Refractometer installations happen in three different points in a by-pass loop between each chemical tank pump outlet and the treatment point. The refractometer allows monitoring the chemicals concentration at the exit from the storage tank to the pipe treatment point.


Typical measurement ranges are:

  • PACl is ca. 10-11 %
  • NaOH is ca. 40-45 %
  • NaOCl is ca. 8-12 %

Miller Energy, Inc.
https://millerenergy.com
800-631-5454

How Does a 250:1 Turndown Improve Your Bioprocess Performance?

The Brooks Instrument SLA Series Biotech Mass Flow Controller (MFC) with a 250:1 turndown delivers critical benefits to your bioprocess. This biotech-focused MFC provides the added flexibility of a higher controllable range than a traditional MFC, enabling easy scaling and reducing the total cost of ownership by requiring fewer gas lines and mass flow controllers in the system configuration. Performance of the bioprocess also improves by reducing DO noise while fewer overall components simplify system maintenance. 

For more information about Brooks Instrument products, contact Miller Energy by calling 800-631-5454, or visit https://millerenergy.com.

How Proper Level Instrumentation Can Alleviate Foam Headaches

Proper Level Instrumentation for Foam

Foam is at times present in liquid tanks used in the chemical, manufacturing, food and beverage, life sciences, and other process industries. Because of foam's fluid nature, there is no such thing as a "one-size-fits-all" level measurement solution. It's essential to understand the foam's characteristics and understand what form of measurement is needed. The foam may develop in a tank for several reasons, such as introducing air or gas into the liquid or the activity of agitators/mixing blades. Regardless of the source, caution is required when selecting a level measurement technology to avoid potentially costly errors. 

Magnetrol, a world-leading manufacturer of level instrumentation, authored a white paper that aims to go through the challenges that foam presents and overcome them by recommending proper instrumentation.

GET THE WHITE PAPER HERE

In New York Metro and Northern NJ
Phone: 800-631-5454

In Eastern Pennsylvania and Delaware:
Phone: 610-363-6200

https://millerenergy.com

The Tank Mount Series Weighing Equipment by BLH Nobel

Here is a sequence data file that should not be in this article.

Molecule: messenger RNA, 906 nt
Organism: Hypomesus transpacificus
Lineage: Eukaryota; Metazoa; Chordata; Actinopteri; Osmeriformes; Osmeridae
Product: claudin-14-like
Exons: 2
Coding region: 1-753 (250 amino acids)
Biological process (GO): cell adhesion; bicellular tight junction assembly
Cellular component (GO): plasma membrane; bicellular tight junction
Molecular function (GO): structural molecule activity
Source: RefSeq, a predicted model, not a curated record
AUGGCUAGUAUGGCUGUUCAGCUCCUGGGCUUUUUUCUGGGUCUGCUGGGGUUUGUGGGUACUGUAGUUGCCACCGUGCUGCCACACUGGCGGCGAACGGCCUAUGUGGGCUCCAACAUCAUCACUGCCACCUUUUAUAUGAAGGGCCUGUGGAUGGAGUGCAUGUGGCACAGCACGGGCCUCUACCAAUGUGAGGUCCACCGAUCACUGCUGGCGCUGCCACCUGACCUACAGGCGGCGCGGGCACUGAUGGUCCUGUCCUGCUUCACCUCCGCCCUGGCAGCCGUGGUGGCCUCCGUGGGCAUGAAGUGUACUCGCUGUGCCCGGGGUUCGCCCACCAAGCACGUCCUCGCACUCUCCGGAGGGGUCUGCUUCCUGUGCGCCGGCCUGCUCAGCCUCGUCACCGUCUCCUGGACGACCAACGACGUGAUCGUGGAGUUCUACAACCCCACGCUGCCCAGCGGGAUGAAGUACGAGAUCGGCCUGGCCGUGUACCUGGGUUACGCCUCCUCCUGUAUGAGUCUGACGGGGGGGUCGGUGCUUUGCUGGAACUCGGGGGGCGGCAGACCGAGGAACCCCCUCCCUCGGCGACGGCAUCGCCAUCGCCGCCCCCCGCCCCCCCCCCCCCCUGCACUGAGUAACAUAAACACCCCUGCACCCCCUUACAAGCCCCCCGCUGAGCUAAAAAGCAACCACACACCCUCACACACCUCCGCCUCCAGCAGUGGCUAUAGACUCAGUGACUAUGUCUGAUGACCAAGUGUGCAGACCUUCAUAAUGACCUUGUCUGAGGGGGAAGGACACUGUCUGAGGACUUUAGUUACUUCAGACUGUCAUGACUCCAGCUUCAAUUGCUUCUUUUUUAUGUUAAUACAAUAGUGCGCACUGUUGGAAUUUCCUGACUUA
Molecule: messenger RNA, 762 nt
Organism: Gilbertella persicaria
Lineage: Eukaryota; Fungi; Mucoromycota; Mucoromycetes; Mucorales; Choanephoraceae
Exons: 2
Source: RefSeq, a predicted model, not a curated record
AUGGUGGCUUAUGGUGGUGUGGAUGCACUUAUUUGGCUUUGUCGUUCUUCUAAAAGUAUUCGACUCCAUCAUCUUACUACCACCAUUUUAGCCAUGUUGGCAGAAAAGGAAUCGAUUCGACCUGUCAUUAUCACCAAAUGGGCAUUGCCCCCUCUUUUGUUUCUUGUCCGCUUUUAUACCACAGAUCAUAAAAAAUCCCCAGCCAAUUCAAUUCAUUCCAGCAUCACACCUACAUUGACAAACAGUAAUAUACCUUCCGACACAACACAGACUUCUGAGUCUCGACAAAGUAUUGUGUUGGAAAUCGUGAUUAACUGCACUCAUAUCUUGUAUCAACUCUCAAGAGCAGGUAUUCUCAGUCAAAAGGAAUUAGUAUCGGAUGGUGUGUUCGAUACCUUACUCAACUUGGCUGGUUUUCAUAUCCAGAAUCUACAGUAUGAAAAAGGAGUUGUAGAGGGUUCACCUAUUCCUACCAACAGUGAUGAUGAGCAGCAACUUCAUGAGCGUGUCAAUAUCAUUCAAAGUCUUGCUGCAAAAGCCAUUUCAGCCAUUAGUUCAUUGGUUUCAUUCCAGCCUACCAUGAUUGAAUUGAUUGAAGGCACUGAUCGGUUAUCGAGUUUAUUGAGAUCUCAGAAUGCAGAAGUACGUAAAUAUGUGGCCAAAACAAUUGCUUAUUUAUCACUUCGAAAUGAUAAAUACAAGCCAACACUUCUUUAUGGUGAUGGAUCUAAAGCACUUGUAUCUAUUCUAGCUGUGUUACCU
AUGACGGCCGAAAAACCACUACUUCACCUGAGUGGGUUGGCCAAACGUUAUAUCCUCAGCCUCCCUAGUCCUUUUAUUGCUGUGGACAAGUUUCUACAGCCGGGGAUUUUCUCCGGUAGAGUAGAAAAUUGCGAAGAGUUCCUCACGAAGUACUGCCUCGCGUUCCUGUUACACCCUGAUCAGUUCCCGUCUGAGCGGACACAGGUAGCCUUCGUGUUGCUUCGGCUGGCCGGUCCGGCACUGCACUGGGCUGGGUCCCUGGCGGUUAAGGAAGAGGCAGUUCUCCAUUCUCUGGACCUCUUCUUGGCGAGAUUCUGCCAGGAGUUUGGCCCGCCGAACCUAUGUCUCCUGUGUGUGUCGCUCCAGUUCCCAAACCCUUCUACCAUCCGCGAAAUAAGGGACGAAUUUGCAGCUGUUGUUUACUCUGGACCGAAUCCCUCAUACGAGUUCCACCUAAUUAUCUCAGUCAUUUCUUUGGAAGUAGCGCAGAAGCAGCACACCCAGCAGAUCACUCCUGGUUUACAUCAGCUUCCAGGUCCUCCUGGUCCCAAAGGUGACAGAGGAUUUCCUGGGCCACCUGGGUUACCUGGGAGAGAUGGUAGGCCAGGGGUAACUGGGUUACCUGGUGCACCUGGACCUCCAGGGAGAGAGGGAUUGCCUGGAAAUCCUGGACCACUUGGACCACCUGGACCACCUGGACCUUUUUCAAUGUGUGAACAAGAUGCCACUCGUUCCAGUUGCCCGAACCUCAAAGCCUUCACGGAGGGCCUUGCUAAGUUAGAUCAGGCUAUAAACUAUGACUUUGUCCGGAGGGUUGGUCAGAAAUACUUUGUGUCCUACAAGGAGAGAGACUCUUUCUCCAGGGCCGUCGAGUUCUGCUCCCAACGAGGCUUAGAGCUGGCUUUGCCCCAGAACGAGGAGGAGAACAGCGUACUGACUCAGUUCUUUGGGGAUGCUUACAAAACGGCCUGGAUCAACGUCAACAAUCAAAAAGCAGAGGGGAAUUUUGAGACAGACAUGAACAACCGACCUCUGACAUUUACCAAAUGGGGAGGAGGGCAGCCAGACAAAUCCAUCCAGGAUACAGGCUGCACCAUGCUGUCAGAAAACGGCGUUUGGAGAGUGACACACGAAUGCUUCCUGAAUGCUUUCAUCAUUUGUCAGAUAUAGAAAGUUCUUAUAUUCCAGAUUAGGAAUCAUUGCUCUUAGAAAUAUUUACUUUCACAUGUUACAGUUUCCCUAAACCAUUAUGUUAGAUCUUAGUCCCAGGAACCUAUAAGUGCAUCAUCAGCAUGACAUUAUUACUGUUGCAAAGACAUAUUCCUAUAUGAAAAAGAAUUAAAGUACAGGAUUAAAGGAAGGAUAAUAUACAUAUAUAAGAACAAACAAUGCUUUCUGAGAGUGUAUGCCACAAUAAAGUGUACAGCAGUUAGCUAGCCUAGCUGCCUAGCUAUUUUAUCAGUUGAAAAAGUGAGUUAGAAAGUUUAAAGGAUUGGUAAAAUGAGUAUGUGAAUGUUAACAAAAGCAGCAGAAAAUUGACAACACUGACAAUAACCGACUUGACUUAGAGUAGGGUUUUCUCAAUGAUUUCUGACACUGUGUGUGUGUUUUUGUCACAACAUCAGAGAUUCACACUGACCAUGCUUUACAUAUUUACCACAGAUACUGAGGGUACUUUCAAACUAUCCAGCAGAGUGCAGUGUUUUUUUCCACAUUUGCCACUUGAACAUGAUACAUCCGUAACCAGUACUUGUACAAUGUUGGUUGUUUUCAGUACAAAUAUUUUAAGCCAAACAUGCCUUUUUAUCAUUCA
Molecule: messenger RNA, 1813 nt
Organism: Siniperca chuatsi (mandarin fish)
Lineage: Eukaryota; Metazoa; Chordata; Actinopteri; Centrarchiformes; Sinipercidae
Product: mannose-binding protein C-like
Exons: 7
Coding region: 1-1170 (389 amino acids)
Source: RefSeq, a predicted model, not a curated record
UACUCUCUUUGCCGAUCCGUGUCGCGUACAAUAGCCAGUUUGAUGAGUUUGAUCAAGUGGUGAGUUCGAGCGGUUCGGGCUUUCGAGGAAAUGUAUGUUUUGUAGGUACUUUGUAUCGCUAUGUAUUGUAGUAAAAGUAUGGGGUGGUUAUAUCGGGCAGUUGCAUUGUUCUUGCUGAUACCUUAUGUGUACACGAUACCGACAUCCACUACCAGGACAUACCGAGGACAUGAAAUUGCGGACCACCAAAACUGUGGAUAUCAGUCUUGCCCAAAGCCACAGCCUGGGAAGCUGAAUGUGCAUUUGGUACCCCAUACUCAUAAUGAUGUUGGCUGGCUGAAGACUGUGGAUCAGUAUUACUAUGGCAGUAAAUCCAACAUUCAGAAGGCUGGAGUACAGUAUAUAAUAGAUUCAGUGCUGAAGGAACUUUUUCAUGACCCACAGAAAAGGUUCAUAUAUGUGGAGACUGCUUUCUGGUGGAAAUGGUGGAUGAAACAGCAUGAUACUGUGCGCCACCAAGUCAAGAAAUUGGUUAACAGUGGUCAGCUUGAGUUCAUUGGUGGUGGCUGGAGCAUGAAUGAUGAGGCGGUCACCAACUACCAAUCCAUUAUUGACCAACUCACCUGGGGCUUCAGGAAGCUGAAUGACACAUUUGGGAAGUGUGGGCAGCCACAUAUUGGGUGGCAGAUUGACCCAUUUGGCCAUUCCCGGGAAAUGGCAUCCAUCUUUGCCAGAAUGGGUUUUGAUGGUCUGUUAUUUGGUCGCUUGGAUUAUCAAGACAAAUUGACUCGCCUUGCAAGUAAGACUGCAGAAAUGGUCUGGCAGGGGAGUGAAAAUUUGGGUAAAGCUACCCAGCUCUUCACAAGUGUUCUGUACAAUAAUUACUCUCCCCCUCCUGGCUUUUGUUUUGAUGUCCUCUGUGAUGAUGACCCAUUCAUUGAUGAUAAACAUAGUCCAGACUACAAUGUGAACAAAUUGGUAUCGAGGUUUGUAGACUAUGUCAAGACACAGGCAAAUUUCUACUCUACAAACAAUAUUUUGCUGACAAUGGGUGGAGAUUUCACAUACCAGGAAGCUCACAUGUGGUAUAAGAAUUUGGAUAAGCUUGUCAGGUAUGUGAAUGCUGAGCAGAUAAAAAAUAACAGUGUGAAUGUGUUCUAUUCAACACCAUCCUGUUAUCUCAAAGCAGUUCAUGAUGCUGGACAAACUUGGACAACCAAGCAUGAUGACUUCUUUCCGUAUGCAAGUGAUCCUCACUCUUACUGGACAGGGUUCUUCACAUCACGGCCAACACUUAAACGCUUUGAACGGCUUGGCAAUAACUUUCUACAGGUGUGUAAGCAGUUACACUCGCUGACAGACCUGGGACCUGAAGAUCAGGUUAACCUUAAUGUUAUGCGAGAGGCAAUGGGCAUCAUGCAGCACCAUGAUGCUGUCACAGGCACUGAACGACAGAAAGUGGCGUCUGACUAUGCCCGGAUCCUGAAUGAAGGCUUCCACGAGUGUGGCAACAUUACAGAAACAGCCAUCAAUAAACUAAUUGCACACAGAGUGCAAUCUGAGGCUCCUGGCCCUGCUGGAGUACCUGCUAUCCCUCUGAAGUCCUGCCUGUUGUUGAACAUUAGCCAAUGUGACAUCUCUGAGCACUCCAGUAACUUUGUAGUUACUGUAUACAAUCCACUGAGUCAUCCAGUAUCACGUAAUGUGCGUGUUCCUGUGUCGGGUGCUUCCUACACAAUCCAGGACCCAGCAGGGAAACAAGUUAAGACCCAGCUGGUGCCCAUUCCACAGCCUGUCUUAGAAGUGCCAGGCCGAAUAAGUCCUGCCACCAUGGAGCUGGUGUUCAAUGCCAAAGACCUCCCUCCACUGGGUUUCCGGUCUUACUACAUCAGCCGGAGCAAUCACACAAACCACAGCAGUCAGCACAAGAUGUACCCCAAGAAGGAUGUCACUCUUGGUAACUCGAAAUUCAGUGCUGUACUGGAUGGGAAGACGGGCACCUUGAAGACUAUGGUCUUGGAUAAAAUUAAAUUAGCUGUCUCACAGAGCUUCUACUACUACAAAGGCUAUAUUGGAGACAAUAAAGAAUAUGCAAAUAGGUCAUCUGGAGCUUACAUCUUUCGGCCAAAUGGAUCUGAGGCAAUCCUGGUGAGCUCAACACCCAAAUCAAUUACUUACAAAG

Tank Mount Series Weighing Equipment by BLH Nobel

BLH Nobel has launched its new Tank Mount Series of weighing equipment for applications for process weighing. The new series comprises three fully standardized weight modules with off-the-shelf availability in capacities of up to 200 tons and numerous appropriate junction boxes and instruments. It is an integrated solution for accurate and repeatable weighing of materials for various applications, such as large silos, vessels, small storage containers, and clean-in-place batching processes. 

Known for its customizable, high-precision, smart weighing solutions, BLH Nobel is a well-established pioneer in process weighing. The Tank Mount Series offers a cost-effective solution for end-users as well as system integrators and OEMs, consisting of two low and one high-capacity weight modules with mV/V output: 

  • With capacities of up to 5 ton/ton, the TankMount Metric Weight Module and its imperial equivalent EconoMount Weight Module are both well suited for general industrial applications requiring retrofitting existing structures or turning hoppers into scales. Weight modules are rated IP 67 or better as standard, with optional ATEX, FM, NEMA4, OIML, and NTEP, Class III, and IIIL approved versions available. 
  • With the KDH5 Weight Module, the Tank Mount Series covers an increased capacity of up to 200 tons at an accuracy level of 0.075 percent of the Rated Performance. Its lightweight and durable mechanical architecture feature an integrated tilting guard for fast installation. The Weight Module is suitable for heavy-silo weighing applications or weight bridges with ATEX, IECEx or FM certified versions at no additional cost. Higher capacities and EN 1090-compliant versions are also available. 

BLH Nobel provides a range of appropriate junction boxes and equipment to offer full weighing solutions in a single-stop store. For example, the WIN5 weight indicator is well suited for simple applications that can benefit from its stainless steel enclosure, the high-contrast 6-digit LED display, and the working pushbuttons supporting tare weight zero settings for empty vessels. The G5 DIN Rail Mount meets advanced weighing and control equipment specifications. It is available as a DIN rail edition with an integrated monitor and functional keypad, simple navigation, and direct control at the production facility. The G5 instrument family's modular hardware supports a wide range of communication options via Ethernet, RS485, USB, Fieldbus, and analog output-with maximum versatility.